Fighting Back Against a Trumpian Twist
A right-wing blogger was, at best, intellectually dishonest with our reporting on the geopolitical drama behind the theft of Tom Brady’s jersey. We’d like to set the record straight
The MMQB's Jenny Vrentas and Robert Klemko provide the definitive account of Tom Brady's stolen Super Bowl jersey, detailing how it was nabbed, how it was recovered and the international intrigue in between.
Bloggers rule our industry. The success of an MMQB story like the one Jenny Vrentas and I wrote on Martín Mauricio Ortega, the infamous Brady jersey thief, is reliant, first and foremost, on our ability to gather new information and present in an entertaining way, and secondly, on the fine men and women who clock in every day and synopsize sports news for public consumption. We care about who links to our stuff and what they say about it. We don’t agree with every take, but we appreciate the bump.
Enter Breitbart, the conservative site that gave our story a bump, a spin, and a wallop into its far-right, ethno-nationalist sweet spot. Breitbart’s Dylan Gwinn seizes on the following quote in our story, from a U.S. investigator who worked on the case, in an effort to paint American officials’ approach to the crime as timid and impotent.
• THE GREAT JERSEY CAPER: The investigation into Tom Brady’s stolen jersey involved two nations and unfolded against the backdrop of a tense geopolitical drama. And the culprit might never spend a night in jail.
“American officials were also cognizant of the charged atmosphere. ‘We had [Ortega] identified—that wasn’t the point,’ the investigator said. ‘It was now the point of walking that political minefield as delicately as we could to appease everybody. We didn’t want to upset the Mexican authorities, we didn’t want to upset the Mexican people, we didn’t want to upset the U.S. embassy.’”
Writes Gwinn: “So concerned were U.S. authorities that they didn’t even want to ask the Mexican police for help.”
To be clear, nothing in our story—nothing from our numerous conversations with investigators and security personnel in Houston, Boston, New York and Mexico City—suggested that U.S. authorities did not want to ask Mexican police for help. As we discuss in the story, American officials collaborate with the Mexican government on all kinds of investigations, including the 2016 arrest and extradition of El Chapo, whose absence has created a drug war and a flood of violence the Mexican government is currently scrambling to stem.
The unnamed investigator was speaking not out of a fear of ruffling feathers, but out of recognition of that context; Mexico is in the midst of a drug war, with trash bags filled with human remains regularly turning up on the highways. You can understand U.S. investigators not taking a heavy-handed, ham-fisted approach to the theft of a jersey of indeterminate value, especially when dealing with an ally. And as we mention in the story, even Jeff Sessions, Trump’s attorney general, was pleased with the cooperation between the two countries.
Later in the Breitbart post, Gwinn suggests that the FBI chose not to charge Ortega, and that’s just as well, Gwinn writes, because “If the only people we had to worry about crossing the border to commit crimes were Mexican sports memorabilia thieves, then the world would be a far better place.”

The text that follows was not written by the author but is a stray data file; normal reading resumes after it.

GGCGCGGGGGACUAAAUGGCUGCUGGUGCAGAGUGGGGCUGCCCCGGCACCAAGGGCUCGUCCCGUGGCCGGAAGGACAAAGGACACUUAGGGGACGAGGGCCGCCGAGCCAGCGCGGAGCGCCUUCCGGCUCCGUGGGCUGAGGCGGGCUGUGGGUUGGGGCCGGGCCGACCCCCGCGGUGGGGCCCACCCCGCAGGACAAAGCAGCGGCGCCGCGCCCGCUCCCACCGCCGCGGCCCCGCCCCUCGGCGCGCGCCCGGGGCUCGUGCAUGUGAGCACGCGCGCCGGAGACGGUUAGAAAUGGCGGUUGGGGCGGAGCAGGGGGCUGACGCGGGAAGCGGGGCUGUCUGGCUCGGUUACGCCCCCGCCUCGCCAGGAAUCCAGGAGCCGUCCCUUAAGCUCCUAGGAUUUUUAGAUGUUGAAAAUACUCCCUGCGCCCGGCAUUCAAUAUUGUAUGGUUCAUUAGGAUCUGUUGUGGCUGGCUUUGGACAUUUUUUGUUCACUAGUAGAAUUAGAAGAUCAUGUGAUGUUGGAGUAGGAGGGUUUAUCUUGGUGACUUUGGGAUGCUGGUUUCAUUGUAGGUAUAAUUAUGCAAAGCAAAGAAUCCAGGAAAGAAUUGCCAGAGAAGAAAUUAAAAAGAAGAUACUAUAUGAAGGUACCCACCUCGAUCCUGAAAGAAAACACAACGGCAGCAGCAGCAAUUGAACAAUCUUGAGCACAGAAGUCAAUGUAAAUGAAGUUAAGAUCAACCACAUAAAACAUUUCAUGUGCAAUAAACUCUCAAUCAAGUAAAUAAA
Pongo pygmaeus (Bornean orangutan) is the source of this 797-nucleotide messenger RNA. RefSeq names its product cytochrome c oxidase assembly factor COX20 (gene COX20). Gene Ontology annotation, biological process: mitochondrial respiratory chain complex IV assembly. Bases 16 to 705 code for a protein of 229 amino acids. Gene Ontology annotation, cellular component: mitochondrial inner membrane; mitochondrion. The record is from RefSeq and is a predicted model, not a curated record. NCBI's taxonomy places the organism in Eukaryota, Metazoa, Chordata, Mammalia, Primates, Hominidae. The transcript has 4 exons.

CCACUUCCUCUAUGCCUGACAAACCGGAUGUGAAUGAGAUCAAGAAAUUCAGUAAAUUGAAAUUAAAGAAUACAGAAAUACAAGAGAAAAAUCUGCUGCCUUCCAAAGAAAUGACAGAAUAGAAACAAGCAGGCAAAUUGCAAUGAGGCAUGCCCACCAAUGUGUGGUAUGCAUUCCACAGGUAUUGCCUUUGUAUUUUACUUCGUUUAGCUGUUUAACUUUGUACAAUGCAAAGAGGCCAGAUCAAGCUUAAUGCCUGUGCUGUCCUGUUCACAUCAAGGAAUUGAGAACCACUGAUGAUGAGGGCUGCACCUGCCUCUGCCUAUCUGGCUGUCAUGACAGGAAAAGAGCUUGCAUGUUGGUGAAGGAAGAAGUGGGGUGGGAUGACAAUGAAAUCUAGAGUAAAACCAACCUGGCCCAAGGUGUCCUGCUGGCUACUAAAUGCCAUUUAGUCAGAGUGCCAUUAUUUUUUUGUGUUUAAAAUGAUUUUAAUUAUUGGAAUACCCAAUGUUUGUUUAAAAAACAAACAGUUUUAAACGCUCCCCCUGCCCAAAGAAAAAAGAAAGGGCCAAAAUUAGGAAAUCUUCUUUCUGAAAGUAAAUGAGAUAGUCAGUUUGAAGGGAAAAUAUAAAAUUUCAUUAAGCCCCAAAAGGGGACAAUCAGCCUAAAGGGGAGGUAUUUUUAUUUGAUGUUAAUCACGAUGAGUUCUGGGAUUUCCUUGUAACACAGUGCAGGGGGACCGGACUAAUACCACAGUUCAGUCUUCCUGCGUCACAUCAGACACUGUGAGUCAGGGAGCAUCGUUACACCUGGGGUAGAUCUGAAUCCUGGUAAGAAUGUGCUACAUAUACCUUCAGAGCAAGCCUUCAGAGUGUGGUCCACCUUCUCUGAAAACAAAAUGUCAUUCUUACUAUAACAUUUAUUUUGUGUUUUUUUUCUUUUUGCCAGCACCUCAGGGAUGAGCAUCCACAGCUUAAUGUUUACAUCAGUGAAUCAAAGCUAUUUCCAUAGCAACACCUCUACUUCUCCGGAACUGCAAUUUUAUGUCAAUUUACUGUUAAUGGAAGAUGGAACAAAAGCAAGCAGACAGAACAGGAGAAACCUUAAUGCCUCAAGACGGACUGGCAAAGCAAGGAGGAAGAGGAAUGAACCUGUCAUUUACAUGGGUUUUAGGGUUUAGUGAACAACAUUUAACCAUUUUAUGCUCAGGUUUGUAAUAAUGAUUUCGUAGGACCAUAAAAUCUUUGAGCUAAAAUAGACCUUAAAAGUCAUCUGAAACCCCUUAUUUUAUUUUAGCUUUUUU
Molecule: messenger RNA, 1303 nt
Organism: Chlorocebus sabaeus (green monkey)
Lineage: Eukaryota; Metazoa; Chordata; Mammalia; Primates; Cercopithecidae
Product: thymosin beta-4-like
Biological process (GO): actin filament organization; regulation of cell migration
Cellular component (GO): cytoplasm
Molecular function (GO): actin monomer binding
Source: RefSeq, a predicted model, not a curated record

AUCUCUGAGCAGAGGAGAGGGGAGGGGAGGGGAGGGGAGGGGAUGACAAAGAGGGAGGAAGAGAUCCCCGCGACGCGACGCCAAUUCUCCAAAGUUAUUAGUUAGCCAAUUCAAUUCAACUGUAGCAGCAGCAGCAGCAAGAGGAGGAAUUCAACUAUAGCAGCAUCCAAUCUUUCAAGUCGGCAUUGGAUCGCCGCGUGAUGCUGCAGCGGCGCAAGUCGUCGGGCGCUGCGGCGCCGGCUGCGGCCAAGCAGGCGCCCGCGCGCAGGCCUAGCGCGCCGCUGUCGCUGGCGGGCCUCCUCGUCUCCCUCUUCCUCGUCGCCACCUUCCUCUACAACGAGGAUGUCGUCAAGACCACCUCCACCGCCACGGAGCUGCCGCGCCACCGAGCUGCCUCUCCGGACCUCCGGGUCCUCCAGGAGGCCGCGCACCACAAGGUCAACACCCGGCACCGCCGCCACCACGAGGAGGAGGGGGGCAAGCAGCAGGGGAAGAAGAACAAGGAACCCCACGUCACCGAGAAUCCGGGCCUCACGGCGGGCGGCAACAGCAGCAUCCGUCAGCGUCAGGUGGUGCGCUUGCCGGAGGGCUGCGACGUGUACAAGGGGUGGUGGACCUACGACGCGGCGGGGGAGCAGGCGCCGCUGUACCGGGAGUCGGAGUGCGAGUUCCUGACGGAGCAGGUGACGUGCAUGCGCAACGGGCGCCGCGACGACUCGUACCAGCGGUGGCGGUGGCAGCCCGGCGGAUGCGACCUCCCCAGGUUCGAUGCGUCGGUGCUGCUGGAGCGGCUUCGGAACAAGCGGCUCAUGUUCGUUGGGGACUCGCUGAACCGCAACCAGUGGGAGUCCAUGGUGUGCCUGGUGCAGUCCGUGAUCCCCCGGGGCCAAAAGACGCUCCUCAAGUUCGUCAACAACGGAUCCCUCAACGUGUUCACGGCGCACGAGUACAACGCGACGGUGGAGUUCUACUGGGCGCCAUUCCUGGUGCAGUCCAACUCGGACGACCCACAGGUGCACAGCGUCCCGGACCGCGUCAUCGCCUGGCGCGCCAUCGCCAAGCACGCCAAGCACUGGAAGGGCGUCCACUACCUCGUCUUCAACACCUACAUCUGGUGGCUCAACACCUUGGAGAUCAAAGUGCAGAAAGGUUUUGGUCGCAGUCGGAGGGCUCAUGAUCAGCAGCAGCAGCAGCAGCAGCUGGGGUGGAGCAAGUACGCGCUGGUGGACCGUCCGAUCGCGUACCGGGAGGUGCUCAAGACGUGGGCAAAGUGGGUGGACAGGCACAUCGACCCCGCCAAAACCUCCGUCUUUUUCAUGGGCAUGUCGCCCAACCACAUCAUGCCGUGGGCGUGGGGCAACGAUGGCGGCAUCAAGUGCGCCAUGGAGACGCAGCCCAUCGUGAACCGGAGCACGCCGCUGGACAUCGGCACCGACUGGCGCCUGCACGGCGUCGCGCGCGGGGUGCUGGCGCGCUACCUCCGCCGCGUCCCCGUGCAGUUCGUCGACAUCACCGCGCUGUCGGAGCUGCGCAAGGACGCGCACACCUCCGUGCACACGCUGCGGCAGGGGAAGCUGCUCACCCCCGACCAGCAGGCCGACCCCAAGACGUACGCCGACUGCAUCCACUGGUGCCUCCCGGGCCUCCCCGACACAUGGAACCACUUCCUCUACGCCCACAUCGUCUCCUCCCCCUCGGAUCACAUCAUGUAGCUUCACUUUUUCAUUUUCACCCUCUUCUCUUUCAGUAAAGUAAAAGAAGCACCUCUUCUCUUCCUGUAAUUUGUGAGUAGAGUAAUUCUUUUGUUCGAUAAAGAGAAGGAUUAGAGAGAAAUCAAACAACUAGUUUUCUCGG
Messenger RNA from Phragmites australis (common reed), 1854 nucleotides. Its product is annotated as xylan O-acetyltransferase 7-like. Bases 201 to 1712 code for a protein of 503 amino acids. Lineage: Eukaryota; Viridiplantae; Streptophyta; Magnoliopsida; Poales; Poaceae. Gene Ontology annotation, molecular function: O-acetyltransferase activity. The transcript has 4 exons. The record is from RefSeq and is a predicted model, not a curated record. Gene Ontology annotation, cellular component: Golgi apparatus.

Let’s just set aside, for a moment, the objective fact that immigrants are less likely to commit crimes than people born in the United States. Gwinn’s wrong on a far more basic point: The extradition treaty between the U.S. and Mexico requires extraordinary charges, such as rape, murder, or large-scale narcotics trafficking. The theft of a jersey, for which no clear value can be determined in a court of law, does not fit the bill.
All of this, we made clear in the 6,861-word piece published Tuesday. But Gwinn handpicks quotes out of context and misrepresents the words contained therein in an attempt to further the anti-globalist agenda that accompanied President Trump’s rise to power. Through misdirection and falsehoods, Gwinn tries to paint the FBI as feckless in its diplomatic handling of international crime. He bypasses our discussion of the jersey’s unfixed and potentially minuscule value in Mexico—and the accompanying legal ramifications—because it doesn’t fit his agenda.
Meanwhile, the majority of our readers wondered why so many resources were apparently being spent on a stolen shirt.
Gwinn goes on to decry the attitude of U.S. law enforcement “which prioritizes niceties and appeasement of foreign countries and foreign people over and above justice for Americans citizens…” His interpretation of the story constitutes, at best, the machinations of a deadline writer who reads only the first 1,000 words of the source material, or, at worst, a willfully ignorant misrepresentation of the geopolitical realities painstakingly exposed by our reporting.
If this were Joe Blow’s blogspot, we’d laugh it off. But this is Breitbart, the 58th-most trafficked website in the United States, 14 spots behind the Washington Post. Hundreds of thousands of people take what Breitbart authors write at face value (and, as we learned last November, they vote, too).
As for Gwinn’s parting shot—“The wall just got ten feet taller”—our sources indicate Mr. Ortega travelled to the United States by plane.
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